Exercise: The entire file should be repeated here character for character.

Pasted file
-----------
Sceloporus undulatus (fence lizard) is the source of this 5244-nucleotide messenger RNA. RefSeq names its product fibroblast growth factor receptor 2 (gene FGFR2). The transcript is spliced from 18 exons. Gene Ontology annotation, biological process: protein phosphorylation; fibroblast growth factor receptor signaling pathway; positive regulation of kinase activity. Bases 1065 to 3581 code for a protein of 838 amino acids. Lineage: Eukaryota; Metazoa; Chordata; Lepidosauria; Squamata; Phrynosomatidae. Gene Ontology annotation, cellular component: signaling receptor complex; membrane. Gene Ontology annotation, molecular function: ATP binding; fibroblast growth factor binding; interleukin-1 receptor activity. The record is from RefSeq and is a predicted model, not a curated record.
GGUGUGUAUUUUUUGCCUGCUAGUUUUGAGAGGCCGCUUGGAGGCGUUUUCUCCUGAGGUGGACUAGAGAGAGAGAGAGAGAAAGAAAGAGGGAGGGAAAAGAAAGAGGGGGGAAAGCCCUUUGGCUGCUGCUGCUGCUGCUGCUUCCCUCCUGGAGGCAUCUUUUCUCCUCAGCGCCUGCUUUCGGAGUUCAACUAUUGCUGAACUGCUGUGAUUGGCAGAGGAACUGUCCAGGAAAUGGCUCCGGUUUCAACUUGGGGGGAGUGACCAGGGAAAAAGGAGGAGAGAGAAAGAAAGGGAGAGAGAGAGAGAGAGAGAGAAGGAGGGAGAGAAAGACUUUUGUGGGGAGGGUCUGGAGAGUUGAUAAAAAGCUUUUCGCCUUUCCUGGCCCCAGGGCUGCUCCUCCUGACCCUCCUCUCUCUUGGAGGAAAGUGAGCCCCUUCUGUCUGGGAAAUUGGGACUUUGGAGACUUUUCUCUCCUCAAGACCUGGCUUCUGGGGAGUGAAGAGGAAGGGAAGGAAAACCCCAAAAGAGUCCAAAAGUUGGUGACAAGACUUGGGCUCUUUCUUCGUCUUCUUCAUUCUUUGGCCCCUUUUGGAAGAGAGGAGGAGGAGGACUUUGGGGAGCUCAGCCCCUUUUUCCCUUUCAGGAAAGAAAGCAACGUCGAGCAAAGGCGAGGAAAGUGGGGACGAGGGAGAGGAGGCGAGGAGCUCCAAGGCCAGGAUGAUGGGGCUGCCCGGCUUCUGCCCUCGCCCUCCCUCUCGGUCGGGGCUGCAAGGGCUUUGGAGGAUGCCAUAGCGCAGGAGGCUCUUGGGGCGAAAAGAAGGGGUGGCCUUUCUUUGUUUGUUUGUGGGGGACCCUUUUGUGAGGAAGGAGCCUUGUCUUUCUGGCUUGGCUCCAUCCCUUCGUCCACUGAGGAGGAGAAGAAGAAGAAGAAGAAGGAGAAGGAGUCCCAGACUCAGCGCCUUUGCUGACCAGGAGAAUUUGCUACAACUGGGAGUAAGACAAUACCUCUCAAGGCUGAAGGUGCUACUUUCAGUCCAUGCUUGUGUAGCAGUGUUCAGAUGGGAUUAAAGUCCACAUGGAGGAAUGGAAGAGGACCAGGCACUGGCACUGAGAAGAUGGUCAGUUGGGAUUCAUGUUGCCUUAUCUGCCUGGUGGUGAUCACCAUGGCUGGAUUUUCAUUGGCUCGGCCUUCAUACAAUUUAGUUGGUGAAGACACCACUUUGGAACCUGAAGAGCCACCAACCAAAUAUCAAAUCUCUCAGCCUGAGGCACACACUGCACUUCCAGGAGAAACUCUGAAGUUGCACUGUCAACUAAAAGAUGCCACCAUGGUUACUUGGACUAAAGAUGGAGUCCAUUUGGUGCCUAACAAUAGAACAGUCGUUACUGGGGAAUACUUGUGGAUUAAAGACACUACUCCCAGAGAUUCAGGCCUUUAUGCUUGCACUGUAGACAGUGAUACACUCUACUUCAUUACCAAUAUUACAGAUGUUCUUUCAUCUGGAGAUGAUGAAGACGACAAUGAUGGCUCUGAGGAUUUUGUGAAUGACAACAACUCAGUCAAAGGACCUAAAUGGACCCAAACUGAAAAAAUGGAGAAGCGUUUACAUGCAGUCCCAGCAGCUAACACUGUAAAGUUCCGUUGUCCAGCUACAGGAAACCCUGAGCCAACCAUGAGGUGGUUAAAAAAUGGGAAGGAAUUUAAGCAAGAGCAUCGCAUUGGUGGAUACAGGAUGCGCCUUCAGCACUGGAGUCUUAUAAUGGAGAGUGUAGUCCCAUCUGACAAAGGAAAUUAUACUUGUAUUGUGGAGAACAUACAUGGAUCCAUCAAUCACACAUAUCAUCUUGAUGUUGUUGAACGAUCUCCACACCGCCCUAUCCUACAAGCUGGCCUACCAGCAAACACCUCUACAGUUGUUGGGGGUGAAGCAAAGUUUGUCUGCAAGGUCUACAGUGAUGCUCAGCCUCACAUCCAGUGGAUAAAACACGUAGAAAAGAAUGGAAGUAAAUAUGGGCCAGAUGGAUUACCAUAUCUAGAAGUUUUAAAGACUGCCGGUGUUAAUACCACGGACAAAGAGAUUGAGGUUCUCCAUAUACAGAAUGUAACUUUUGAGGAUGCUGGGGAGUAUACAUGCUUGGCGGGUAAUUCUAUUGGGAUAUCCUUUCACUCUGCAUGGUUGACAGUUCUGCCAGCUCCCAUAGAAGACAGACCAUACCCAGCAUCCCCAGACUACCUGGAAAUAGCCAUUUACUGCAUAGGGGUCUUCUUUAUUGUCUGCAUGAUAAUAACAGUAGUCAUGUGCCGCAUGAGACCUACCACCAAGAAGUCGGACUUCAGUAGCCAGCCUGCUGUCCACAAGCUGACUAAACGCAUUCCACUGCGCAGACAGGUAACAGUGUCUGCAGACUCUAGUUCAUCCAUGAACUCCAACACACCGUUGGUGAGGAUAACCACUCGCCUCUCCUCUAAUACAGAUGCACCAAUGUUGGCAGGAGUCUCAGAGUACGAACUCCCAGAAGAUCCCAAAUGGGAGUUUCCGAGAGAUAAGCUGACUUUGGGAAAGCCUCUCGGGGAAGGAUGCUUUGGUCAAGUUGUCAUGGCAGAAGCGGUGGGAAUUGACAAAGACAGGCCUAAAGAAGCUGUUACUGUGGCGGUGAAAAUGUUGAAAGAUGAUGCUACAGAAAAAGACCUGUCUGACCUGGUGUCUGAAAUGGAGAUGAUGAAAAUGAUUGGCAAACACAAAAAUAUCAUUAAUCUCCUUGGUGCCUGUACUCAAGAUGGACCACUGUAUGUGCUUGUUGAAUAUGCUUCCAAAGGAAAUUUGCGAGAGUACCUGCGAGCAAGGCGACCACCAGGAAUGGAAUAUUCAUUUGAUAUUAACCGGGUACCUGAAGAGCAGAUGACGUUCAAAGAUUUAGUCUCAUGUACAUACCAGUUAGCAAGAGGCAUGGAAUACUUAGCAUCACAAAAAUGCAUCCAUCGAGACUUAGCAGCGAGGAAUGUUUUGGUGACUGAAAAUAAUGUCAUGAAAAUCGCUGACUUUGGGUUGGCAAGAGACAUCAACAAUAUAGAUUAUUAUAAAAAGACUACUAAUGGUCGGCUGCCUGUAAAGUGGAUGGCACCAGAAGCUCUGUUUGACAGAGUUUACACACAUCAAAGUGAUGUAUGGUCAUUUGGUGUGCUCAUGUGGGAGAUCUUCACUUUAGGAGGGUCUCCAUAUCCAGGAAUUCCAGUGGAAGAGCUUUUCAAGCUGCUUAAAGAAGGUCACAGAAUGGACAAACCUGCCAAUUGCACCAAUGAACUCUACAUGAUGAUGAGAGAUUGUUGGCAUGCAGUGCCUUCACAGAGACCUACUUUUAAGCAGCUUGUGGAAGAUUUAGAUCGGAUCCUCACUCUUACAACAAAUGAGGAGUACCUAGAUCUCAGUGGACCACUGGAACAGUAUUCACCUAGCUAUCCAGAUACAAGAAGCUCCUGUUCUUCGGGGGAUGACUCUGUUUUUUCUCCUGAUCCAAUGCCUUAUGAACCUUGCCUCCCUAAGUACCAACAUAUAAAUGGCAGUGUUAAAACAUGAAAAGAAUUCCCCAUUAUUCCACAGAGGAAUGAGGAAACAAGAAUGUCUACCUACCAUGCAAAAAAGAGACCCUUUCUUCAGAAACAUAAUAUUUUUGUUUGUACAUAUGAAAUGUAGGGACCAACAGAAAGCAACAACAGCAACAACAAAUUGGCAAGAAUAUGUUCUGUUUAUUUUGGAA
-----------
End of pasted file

Sceloporus undulatus (fence lizard) is the source of this 5244-nucleotide messenger RNA. RefSeq names its product fibroblast growth factor receptor 2 (gene FGFR2). The transcript is spliced from 18 exons. Gene Ontology annotation, biological process: protein phosphorylation; fibroblast growth factor receptor signaling pathway; positive regulation of kinase activity. Bases 1065 to 3581 code for a protein of 838 amino acids. Lineage: Eukaryota; Metazoa; Chordata; Lepidosauria; Squamata; Phrynosomatidae. Gene Ontology annotation, cellular component: signaling receptor complex; membrane. Gene Ontology annotation, molecular function: ATP binding; fibroblast growth factor binding; interleukin-1 receptor activity. The record is from RefSeq and is a predicted model, not a curated record.
GGUGUGUAUUUUUUGCCUGCUAGUUUUGAGAGGCCGCUUGGAGGCGUUUUCUCCUGAGGUGGACUAGAGAGAGAGAGAGAGAAAGAAAGAGGGAGGGAAAAGAAAGAGGGGGGAAAGCCCUUUGGCUGCUGCUGCUGCUGCUGCUUCCCUCCUGGAGGCAUCUUUUCUCCUCAGCGCCUGCUUUCGGAGUUCAACUAUUGCUGAACUGCUGUGAUUGGCAGAGGAACUGUCCAGGAAAUGGCUCCGGUUUCAACUUGGGGGGAGUGACCAGGGAAAAAGGAGGAGAGAGAAAGAAAGGGAGAGAGAGAGAGAGAGAGAGAAGGAGGGAGAGAAAGACUUUUGUGGGGAGGGUCUGGAGAGUUGAUAAAAAGCUUUUCGCCUUUCCUGGCCCCAGGGCUGCUCCUCCUGACCCUCCUCUCUCUUGGAGGAAAGUGAGCCCCUUCUGUCUGGGAAAUUGGGACUUUGGAGACUUUUCUCUCCUCAAGACCUGGCUUCUGGGGAGUGAAGAGGAAGGGAAGGAAAACCCCAAAAGAGUCCAAAAGUUGGUGACAAGACUUGGGCUCUUUCUUCGUCUUCUUCAUUCUUUGGCCCCUUUUGGAAGAGAGGAGGAGGAGGACUUUGGGGAGCUCAGCCCCUUUUUCCCUUUCAGGAAAGAAAGCAACGUCGAGCAAAGGCGAGGAAAGUGGGGACGAGGGAGAGGAGGCGAGGAGCUCCAAGGCCAGGAUGAUGGGGCUGCCCGGCUUCUGCCCUCGCCCUCCCUCUCGGUCGGGGCUGCAAGGGCUUUGGAGGAUGCCAUAGCGCAGGAGGCUCUUGGGGCGAAAAGAAGGGGUGGCCUUUCUUUGUUUGUUUGUGGGGGACCCUUUUGUGAGGAAGGAGCCUUGUCUUUCUGGCUUGGCUCCAUCCCUUCGUCCACUGAGGAGGAGAAGAAGAAGAAGAAGAAGGAGAAGGAGUCCCAGACUCAGCGCCUUUGCUGACCAGGAGAAUUUGCUACAACUGGGAGUAAGACAAUACCUCUCAAGGCUGAAGGUGCUACUUUCAGUCCAUGCUUGUGUAGCAGUGUUCAGAUGGGAUUAAAGUCCACAUGGAGGAAUGGAAGAGGACCAGGCACUGGCACUGAGAAGAUGGUCAGUUGGGAUUCAUGUUGCCUUAUCUGCCUGGUGGUGAUCACCAUGGCUGGAUUUUCAUUGGCUCGGCCUUCAUACAAUUUAGUUGGUGAAGACACCACUUUGGAACCUGAAGAGCCACCAACCAAAUAUCAAAUCUCUCAGCCUGAGGCACACACUGCACUUCCAGGAGAAACUCUGAAGUUGCACUGUCAACUAAAAGAUGCCACCAUGGUUACUUGGACUAAAGAUGGAGUCCAUUUGGUGCCUAACAAUAGAACAGUCGUUACUGGGGAAUACUUGUGGAUUAAAGACACUACUCCCAGAGAUUCAGGCCUUUAUGCUUGCACUGUAGACAGUGAUACACUCUACUUCAUUACCAAUAUUACAGAUGUUCUUUCAUCUGGAGAUGAUGAAGACGACAAUGAUGGCUCUGAGGAUUUUGUGAAUGACAACAACUCAGUCAAAGGACCUAAAUGGACCCAAACUGAAAAAAUGGAGAAGCGUUUACAUGCAGUCCCAGCAGCUAACACUGUAAAGUUCCGUUGUCCAGCUACAGGAAACCCUGAGCCAACCAUGAGGUGGUUAAAAAAUGGGAAGGAAUUUAAGCAAGAGCAUCGCAUUGGUGGAUACAGGAUGCGCCUUCAGCACUGGAGUCUUAUAAUGGAGAGUGUAGUCCCAUCUGACAAAGGAAAUUAUACUUGUAUUGUGGAGAACAUACAUGGAUCCAUCAAUCACACAUAUCAUCUUGAUGUUGUUGAACGAUCUCCACACCGCCCUAUCCUACAAGCUGGCCUACCAGCAAACACCUCUACAGUUGUUGGGGGUGAAGCAAAGUUUGUCUGCAAGGUCUACAGUGAUGCUCAGCCUCACAUCCAGUGGAUAAAACACGUAGAAAAGAAUGGAAGUAAAUAUGGGCCAGAUGGAUUACCAUAUCUAGAAGUUUUAAAGACUGCCGGUGUUAAUACCACGGACAAAGAGAUUGAGGUUCUCCAUAUACAGAAUGUAACUUUUGAGGAUGCUGGGGAGUAUACAUGCUUGGCGGGUAAUUCUAUUGGGAUAUCCUUUCACUCUGCAUGGUUGACAGUUCUGCCAGCUCCCAUAGAAGACAGACCAUACCCAGCAUCCCCAGACUACCUGGAAAUAGCCAUUUACUGCAUAGGGGUCUUCUUUAUUGUCUGCAUGAUAAUAACAGUAGUCAUGUGCCGCAUGAGACCUACCACCAAGAAGUCGGACUUCAGUAGCCAGCCUGCUGUCCACAAGCUGACUAAACGCAUUCCACUGCGCAGACAGGUAACAGUGUCUGCAGACUCUAGUUCAUCCAUGAACUCCAACACACCGUUGGUGAGGAUAACCACUCGCCUCUCCUCUAAUACAGAUGCACCAAUGUUGGCAGGAGUCUCAGAGUACGAACUCCCAGAAGAUCCCAAAUGGGAGUUUCCGAGAGAUAAGCUGACUUUGGGAAAGCCUCUCGGGGAAGGAUGCUUUGGUCAAGUUGUCAUGGCAGAAGCGGUGGGAAUUGACAAAGACAGGCCUAAAGAAGCUGUUACUGUGGCGGUGAAAAUGUUGAAAGAUGAUGCUACAGAAAAAGACCUGUCUGACCUGGUGUCUGAAAUGGAGAUGAUGAAAAUGAUUGGCAAACACAAAAAUAUCAUUAAUCUCCUUGGUGCCUGUACUCAAGAUGGACCACUGUAUGUGCUUGUUGAAUAUGCUUCCAAAGGAAAUUUGCGAGAGUACCUGCGAGCAAGGCGACCACCAGGAAUGGAAUAUUCAUUUGAUAUUAACCGGGUACCUGAAGAGCAGAUGACGUUCAAAGAUUUAGUCUCAUGUACAUACCAGUUAGCAAGAGGCAUGGAAUACUUAGCAUCACAAAAAUGCAUCCAUCGAGACUUAGCAGCGAGGAAUGUUUUGGUGACUGAAAAUAAUGUCAUGAAAAUCGCUGACUUUGGGUUGGCAAGAGACAUCAACAAUAUAGAUUAUUAUAAAAAGACUACUAAUGGUCGGCUGCCUGUAAAGUGGAUGGCACCAGAAGCUCUGUUUGACAGAGUUUACACACAUCAAAGUGAUGUAUGGUCAUUUGGUGUGCUCAUGUGGGAGAUCUUCACUUUAGGAGGGUCUCCAUAUCCAGGAAUUCCAGUGGAAGAGCUUUUCAAGCUGCUUAAAGAAGGUCACAGAAUGGACAAACCUGCCAAUUGCACCAAUGAACUCUACAUGAUGAUGAGAGAUUGUUGGCAUGCAGUGCCUUCACAGAGACCUACUUUUAAGCAGCUUGUGGAAGAUUUAGAUCGGAUCCUCACUCUUACAACAAAUGAGGAGUACCUAGAUCUCAGUGGACCACUGGAACAGUAUUCACCUAGCUAUCCAGAUACAAGAAGCUCCUGUUCUUCGGGGGAUGACUCUGUUUUUUCUCCUGAUCCAAUGCCUUAUGAACCUUGCCUCCCUAAGUACCAACAUAUAAAUGGCAGUGUUAAAACAUGAAAAGAAUUCCCCAUUAUUCCACAGAGGAAUGAGGAAACAAGAAUGUCUACCUACCAUGCAAAAAAGAGACCCUUUCUUCAGAAACAUAAUAUUUUUGUUUGUACAUAUGAAAUGUAGGGACCAACAGAAAGCAACAACAGCAACAACAAAUUGGCAAGAAUAUGUUCUGUUUAUUUUGGAA